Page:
A simple strawberry started George Russell, MA (art ed.) 70, down a path not well-trodden in his hometown of Leroy, Sask.
“When I was in grade 3, we made our own report cards,” recalled the 83-year-old artist. “We made a picture on the cover and the teacher wrote the marks inside. I chose to draw a strawberry, and it turned out well. That was my beginning as an artist.”
As one of Quebec’s most venerated abstract artists and a major benefactor of the Arthritis Society, in the past year Russell received some long-overdue recognition for a life devoted to creativity, art education and support of a worthy cause.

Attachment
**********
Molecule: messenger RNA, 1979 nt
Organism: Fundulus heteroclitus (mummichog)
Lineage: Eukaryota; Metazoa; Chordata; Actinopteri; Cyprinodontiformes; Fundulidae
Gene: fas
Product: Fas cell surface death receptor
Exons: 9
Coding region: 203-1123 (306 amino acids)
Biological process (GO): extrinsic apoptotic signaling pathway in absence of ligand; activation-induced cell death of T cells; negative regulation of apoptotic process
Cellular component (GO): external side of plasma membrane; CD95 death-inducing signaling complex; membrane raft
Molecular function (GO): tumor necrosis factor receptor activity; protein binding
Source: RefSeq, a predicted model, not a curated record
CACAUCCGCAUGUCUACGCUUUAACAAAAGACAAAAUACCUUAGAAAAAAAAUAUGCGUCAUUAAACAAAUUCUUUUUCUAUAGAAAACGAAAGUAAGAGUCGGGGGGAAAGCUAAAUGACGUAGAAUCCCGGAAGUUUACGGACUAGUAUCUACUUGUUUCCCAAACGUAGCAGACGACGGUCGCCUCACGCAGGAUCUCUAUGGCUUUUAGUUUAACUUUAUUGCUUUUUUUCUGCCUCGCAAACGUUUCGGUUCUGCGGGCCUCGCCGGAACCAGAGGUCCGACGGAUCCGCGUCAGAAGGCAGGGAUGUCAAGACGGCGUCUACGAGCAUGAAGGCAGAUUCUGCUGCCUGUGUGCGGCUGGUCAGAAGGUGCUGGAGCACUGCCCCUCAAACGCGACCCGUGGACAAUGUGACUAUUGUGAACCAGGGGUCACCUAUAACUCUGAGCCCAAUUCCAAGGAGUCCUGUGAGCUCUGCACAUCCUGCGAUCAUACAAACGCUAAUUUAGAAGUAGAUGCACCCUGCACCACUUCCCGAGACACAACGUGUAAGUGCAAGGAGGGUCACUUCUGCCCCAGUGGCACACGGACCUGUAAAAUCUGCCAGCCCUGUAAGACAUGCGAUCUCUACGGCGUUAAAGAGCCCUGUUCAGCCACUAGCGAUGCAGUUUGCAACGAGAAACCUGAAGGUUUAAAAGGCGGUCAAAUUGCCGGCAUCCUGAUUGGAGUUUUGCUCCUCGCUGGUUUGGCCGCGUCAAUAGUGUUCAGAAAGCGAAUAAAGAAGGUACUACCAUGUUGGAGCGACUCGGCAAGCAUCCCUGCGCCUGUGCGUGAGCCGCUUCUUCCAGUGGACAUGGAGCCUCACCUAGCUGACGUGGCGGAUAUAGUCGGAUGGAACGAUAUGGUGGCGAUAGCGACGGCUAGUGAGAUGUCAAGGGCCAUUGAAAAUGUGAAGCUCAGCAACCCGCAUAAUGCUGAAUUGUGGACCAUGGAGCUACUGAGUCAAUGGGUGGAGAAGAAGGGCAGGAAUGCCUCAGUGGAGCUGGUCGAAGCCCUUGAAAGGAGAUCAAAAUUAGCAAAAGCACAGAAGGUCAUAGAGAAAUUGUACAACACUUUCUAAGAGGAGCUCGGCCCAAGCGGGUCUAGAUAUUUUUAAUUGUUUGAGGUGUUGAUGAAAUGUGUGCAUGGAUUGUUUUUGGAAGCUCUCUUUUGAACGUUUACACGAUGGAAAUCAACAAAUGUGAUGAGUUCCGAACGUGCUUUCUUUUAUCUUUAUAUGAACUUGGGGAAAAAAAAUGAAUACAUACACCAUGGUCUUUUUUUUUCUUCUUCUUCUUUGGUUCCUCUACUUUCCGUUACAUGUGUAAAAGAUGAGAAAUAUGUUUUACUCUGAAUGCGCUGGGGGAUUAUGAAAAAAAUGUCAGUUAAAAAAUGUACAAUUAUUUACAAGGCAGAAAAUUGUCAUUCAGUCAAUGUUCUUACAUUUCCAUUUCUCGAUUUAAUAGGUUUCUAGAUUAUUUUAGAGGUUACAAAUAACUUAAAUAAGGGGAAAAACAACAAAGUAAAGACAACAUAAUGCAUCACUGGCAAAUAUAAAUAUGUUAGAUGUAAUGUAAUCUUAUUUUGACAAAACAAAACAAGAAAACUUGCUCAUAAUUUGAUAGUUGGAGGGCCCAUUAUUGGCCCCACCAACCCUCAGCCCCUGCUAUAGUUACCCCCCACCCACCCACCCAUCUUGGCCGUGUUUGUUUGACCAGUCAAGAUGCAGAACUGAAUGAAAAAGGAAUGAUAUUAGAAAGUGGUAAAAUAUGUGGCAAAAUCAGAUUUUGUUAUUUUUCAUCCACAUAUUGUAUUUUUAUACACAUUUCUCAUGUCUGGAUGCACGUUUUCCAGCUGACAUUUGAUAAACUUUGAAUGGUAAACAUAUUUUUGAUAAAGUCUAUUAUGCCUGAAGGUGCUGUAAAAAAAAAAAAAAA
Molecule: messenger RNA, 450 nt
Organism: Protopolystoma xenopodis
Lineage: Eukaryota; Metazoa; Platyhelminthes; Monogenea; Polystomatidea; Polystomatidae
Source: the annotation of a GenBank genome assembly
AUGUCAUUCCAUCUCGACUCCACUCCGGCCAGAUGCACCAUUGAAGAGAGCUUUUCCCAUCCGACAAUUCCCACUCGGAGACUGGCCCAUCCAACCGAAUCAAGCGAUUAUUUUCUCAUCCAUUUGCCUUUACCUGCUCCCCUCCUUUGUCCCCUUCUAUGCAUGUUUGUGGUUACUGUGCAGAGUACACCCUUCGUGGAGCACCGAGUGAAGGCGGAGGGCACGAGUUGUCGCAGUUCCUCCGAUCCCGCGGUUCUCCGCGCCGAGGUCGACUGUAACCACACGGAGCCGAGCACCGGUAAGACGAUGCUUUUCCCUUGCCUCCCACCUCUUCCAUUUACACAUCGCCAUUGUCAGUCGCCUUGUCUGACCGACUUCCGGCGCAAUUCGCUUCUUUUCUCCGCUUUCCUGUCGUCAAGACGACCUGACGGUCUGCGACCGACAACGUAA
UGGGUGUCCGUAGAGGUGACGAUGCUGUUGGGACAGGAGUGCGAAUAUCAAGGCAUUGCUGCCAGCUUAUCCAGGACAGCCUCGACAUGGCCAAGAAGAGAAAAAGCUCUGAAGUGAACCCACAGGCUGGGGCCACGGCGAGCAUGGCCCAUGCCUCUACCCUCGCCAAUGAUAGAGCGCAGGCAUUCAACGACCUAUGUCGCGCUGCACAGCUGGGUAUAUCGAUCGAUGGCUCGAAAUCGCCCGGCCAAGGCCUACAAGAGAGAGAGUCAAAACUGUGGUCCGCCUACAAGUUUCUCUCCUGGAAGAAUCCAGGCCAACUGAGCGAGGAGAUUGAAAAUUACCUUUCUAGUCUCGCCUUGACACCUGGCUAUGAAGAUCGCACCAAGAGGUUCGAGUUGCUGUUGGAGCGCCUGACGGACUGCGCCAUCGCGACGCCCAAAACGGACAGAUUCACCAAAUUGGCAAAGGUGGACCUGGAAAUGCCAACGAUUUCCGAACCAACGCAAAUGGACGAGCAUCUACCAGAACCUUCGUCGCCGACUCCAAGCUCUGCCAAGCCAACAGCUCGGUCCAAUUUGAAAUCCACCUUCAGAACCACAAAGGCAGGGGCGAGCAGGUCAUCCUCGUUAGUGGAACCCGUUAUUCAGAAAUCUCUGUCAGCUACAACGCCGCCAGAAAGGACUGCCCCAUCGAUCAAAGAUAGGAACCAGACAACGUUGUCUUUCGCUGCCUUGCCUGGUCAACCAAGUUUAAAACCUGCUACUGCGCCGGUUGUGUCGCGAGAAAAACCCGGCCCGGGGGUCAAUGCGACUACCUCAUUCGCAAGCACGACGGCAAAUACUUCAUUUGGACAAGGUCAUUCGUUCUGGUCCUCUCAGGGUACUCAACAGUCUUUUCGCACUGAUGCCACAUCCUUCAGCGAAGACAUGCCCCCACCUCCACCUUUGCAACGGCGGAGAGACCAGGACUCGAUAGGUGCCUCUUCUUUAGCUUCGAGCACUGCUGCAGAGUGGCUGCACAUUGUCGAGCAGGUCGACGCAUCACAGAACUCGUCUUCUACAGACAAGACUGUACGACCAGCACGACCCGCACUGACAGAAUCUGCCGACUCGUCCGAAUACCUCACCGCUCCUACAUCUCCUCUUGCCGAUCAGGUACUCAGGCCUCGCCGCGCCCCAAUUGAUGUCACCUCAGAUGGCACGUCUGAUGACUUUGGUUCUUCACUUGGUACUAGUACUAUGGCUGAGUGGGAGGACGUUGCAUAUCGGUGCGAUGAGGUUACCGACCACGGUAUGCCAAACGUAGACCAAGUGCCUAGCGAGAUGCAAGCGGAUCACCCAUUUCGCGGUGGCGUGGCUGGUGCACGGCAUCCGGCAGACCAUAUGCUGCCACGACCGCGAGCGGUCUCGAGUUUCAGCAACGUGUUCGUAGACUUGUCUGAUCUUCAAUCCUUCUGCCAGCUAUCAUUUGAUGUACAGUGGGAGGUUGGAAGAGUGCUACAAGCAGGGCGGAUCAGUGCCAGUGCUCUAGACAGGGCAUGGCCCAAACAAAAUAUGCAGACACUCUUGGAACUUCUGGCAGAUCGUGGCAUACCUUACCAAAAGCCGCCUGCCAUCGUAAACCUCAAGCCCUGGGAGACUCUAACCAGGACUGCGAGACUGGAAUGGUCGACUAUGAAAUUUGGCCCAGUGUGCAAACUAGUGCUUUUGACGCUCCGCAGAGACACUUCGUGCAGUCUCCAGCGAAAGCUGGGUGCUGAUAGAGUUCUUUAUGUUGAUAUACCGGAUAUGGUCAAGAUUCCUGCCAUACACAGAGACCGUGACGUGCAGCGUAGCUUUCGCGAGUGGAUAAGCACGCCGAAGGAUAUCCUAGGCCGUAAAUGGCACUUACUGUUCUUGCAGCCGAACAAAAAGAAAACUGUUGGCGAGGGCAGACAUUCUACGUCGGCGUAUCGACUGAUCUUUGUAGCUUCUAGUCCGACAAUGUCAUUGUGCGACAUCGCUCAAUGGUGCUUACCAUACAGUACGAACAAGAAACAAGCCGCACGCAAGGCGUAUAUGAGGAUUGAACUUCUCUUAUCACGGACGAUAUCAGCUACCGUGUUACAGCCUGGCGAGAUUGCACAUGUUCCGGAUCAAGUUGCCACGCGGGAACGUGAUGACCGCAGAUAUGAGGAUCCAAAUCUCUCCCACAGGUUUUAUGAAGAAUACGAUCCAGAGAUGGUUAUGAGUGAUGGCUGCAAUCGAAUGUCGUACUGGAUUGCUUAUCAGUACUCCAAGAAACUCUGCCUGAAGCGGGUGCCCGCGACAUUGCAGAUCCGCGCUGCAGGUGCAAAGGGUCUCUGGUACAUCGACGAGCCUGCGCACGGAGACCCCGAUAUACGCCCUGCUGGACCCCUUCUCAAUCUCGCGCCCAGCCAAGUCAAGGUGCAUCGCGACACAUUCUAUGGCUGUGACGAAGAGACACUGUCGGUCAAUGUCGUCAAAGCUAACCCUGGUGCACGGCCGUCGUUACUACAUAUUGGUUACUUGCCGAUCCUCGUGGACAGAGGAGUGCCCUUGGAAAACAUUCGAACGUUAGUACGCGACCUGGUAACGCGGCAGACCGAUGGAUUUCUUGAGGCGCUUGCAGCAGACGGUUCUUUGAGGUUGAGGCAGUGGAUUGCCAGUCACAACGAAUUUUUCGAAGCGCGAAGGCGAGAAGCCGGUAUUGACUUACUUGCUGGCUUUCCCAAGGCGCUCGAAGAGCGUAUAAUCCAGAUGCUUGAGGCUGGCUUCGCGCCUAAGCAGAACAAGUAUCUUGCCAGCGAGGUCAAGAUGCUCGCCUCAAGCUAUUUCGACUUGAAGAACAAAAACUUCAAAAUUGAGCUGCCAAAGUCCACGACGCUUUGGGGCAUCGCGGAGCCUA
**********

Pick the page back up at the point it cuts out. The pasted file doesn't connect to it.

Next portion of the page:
The retired Chomedey Polyvalent High School art teacher donated his life’s work to raise funds for the Arthritis Society after receiving a visit from Elizabeth Kennell, the society’s director of development. The gesture — involving hundreds of paintings, some dating back to Russell’s youth — initially raised more than $10,000 and is ongoing.
“George sacrificed what could have been a career of perhaps tremendous affluence,” Montreal art dealer Alan Klinkhoff said at the opening of Russell’s There is Art in Arthritis! exhibition last April at Loyola Jesuit Hall and Conference Centre on Concordia’s Loyola Campus.
“It would have been an honour for me to have gotten together with him perhaps 40 years ago. We could have had some fun.”
A Prairie Childhood
Born in the family farmhouse near Viscount, Sask., during the Depression, Russell’s early years were anything but artistic. “There was no art at all in the family,” he said. “My idea of art was that it was something you put on the wall.”